But they should also explain that political life does not stop at elections and that the bosses and their political representatives are still wanting to attack those working class gains such as the automatic wage indexation (already curbed down by introducing a "health index" since the mid-1990s), the central wage negotiations (already hollowed out by the wage norm), the unemployment benefits unlimited in time (already emptied by stricter control and harsher sanctions possibilities), social security as a solidarity system based on contributions on wage to replace it with a welfare system giving benefits only to the poor and needy, paid by tax money. There is no short cut: workers will need to build a new political organisation and a left wing opposition in the trade unions, fighting and organising for combative and democratic trade unions.

The CAP offers this possibility for the first time in many years. Although it is still in its beginnings, its obvious potential is so huge it would be criminal for Marxists not to get involved and try and build it, and this is precisely what the LSP/MAS has been doing. What has driven workers’ conditions down in Belgium has not been the strength of the ruling class, who have and are continuing to have major problems in getting a stable national representation. For example to be able to get to a state reform the next federal government needs a two-thirds parliamentary majority. It is true that in past state reforms they have often got this kind of majority by counting on opposition votes as well. But this time this seems excluded because it would mean soliciting, and in some way buying, the votes of the Vlaams Belang, which would probably vote against or abstain on the proposals because they will necessarily be a compromise.

What can be seen as almost certain, unless the election results make it impossible, is that the ruling class will try and get both big trade unions "represented" in government. Most probably the outgoing coalition will not get enough votes. In Flanders due to the weakness of the SP.a and in Wallonia because of the weakness of CDH, the old French speaking Christian democrats (PSC) now "reformed" in a petit-bourgeois formation having only loose ties both with the Flemish Christian democrats and the Christian democratic workers’ movement.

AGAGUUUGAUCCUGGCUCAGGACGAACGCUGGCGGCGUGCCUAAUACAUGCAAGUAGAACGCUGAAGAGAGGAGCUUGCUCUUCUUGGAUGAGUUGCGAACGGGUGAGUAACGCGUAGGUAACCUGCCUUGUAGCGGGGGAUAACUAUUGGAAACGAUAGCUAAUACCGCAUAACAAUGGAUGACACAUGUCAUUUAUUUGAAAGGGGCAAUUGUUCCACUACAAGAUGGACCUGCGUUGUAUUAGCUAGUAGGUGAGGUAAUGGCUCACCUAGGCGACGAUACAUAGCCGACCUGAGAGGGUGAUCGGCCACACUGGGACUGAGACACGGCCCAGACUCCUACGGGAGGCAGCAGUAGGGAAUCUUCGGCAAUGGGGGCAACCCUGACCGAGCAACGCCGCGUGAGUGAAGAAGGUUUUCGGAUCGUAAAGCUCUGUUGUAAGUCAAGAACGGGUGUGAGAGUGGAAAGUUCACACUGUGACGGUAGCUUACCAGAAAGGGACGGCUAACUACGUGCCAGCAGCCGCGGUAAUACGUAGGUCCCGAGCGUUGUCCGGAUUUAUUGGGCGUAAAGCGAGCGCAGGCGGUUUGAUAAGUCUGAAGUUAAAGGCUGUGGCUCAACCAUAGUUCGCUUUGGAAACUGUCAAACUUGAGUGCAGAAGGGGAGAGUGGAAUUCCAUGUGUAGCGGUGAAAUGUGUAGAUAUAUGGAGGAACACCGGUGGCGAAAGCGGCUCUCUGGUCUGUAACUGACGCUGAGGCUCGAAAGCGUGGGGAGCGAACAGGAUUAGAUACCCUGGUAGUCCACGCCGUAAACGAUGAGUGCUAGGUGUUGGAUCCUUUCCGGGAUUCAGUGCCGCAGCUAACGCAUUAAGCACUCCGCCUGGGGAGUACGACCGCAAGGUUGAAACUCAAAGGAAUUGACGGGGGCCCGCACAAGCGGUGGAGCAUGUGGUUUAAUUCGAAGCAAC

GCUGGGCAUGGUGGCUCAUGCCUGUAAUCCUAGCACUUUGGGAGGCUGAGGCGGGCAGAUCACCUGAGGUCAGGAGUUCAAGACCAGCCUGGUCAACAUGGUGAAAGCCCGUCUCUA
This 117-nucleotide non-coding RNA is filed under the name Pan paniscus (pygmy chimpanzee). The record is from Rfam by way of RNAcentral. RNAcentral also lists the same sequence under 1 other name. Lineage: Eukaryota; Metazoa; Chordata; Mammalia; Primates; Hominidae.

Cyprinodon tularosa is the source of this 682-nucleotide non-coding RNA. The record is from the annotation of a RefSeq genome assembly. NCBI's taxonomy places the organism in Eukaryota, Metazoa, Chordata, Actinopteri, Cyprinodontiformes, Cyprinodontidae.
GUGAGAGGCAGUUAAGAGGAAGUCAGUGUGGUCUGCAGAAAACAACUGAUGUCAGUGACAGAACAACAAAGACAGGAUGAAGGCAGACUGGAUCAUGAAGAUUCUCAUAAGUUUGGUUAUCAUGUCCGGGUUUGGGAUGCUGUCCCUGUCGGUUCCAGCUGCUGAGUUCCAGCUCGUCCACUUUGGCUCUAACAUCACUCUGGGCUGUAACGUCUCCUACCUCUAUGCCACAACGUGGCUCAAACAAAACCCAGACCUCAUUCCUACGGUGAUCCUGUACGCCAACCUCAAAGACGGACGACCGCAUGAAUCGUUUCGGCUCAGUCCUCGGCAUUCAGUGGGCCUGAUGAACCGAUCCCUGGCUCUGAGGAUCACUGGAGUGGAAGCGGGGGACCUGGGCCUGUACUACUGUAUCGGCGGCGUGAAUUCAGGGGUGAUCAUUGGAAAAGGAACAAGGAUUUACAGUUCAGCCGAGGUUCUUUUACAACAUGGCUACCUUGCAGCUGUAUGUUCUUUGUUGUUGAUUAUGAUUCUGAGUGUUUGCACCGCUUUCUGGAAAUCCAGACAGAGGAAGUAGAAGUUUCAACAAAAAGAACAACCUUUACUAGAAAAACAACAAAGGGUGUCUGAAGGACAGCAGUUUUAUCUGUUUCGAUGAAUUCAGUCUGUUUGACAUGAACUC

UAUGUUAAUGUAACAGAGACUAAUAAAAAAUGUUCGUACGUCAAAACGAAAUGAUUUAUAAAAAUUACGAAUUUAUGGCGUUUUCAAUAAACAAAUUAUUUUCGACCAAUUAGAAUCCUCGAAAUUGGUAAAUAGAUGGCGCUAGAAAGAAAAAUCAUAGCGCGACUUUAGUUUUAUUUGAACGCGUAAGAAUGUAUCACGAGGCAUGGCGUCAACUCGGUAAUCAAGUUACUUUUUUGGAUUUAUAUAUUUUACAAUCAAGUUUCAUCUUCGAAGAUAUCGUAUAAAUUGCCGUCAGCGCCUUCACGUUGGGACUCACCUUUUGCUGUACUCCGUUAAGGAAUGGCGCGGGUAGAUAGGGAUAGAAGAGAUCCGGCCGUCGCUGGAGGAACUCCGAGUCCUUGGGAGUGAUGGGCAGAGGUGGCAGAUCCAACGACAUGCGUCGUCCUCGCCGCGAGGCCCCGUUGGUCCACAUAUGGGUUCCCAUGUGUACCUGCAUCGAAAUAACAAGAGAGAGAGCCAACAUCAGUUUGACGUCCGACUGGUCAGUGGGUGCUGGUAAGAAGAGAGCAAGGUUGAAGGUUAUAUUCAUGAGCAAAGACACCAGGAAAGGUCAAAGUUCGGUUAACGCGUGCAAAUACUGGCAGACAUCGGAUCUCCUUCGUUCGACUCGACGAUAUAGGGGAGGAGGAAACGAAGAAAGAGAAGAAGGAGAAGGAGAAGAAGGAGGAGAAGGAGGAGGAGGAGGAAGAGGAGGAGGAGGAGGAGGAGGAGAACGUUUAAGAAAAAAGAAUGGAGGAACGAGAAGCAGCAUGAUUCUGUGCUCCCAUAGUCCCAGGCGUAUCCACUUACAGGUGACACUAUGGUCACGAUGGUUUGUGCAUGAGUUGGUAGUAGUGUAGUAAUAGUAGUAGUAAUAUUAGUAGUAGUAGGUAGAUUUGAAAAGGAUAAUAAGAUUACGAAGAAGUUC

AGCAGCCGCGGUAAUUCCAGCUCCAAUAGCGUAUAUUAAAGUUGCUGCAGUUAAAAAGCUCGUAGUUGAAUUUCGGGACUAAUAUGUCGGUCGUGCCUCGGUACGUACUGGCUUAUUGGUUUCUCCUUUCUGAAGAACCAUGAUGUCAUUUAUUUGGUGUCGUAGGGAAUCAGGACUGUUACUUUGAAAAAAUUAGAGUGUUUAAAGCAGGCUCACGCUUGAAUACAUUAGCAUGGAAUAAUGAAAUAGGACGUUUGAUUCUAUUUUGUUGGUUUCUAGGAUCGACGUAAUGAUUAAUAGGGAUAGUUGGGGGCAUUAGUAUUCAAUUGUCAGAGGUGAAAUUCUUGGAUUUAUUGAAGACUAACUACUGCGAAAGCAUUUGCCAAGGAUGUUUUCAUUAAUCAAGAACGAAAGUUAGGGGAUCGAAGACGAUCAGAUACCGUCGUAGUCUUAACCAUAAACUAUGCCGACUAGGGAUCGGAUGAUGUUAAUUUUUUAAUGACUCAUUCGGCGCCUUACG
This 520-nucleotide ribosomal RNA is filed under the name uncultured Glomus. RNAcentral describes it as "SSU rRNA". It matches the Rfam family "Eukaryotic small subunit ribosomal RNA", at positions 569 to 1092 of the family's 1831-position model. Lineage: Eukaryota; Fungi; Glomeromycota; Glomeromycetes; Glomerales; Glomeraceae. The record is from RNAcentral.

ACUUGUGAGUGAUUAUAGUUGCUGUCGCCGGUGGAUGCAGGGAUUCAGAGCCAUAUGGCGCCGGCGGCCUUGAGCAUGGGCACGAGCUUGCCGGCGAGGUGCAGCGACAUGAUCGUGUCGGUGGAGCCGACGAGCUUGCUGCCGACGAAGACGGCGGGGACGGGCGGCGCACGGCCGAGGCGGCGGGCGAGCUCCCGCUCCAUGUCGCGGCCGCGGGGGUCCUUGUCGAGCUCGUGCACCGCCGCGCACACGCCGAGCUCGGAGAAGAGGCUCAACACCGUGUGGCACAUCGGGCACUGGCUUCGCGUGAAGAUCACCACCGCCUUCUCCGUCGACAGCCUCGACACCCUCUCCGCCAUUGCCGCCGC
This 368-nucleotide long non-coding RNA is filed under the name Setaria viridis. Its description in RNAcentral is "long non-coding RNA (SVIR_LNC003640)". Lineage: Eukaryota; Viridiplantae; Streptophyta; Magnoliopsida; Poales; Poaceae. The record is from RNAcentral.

What is being put forward most by the media at this moment is the perspective of a classical tripartite coalition: Christian democrats, social democrats and liberals. The problem in this is the necessity to make a compromise with six parties (as all parties are split along national lines), which makes this kind of government mostly an instable and short-lived one. But if election results impose it, it is not excluded that they will choose this formula to push through a number of reforms, see it fall before the end of its four year term of office and leave a new government with a "reformed situation" and a clean slate to start from. This would also allow the traditional politicians to try to counter the threat they would face form the fact that growing opposition to such a coalition would strengthen movements like the CAP on the left as well as the extreme right of the Vlaams Belang in Flanders and National Front in Wallonia.

Another possibility could be to take in the power hungry greens. The Flemish greens, Groen, have recently declared themselves ready and wanting to join a government "with democratic forces" (meaning all except the Vlaams Belang) if they get a "climate minister". The French speaking greens have made no declarations, but they are still involved in the regional Brussels and Walloon governments and their manoeuvres in the last council elections – to make and break back door deals and show themselves prepared to every sort of coalition as long as it offers jobs for them – show they have no problems with an unprincipled alliance. A Christian democratic, social democratic and green government would have the extra benefit of keeping one traditional and right wing party, the liberals, in opposition next to the Vlaams Blok in Flanders.

The time of strong "all powerful" governments is over, as all bourgeois parties are discredited and mistrusted by the population and no clear leader holds out much longer than a few years. But the ruling class will adapt itself to every coalition formula, as long as it means maintaining power and being able to impose their demands on workers, as the last two governments since 1999 have shown. These governments were dubbed "historical" because the Christian democrats were thrown out of power for 8 consecutive years for the first time in the post war situation. They also showed how the bourgeois can gladly go from governments opposing the right to abortion to governments supporting gay rights, as long as those governments keep on defending cuts in labour cost, organising ultra-flexibility and offering almost tax-free conditions for the bosses.

This holds true as long as the working class does not organise itself into a political force next to its trade union force. The lack of a political party defending the rights of the working class means the trade union leadership can, for a time, sell as "the lesser evil" trade union linked parties in government and "social plans" instead of struggles to hold on to every job. But, as recent elections in the Netherlands have shown, workers can draw the conclusion from the experience of their old parties that it is time to support a new formation. This is the opportunity facing the CAP. If the working class can take on this enormous task of rebuilding a party of its own, independent of the established parties which have all become neo-liberal, then the bourgeoisie will also need a strong party which can impose its programme. Until then, they’ll go on "adapting".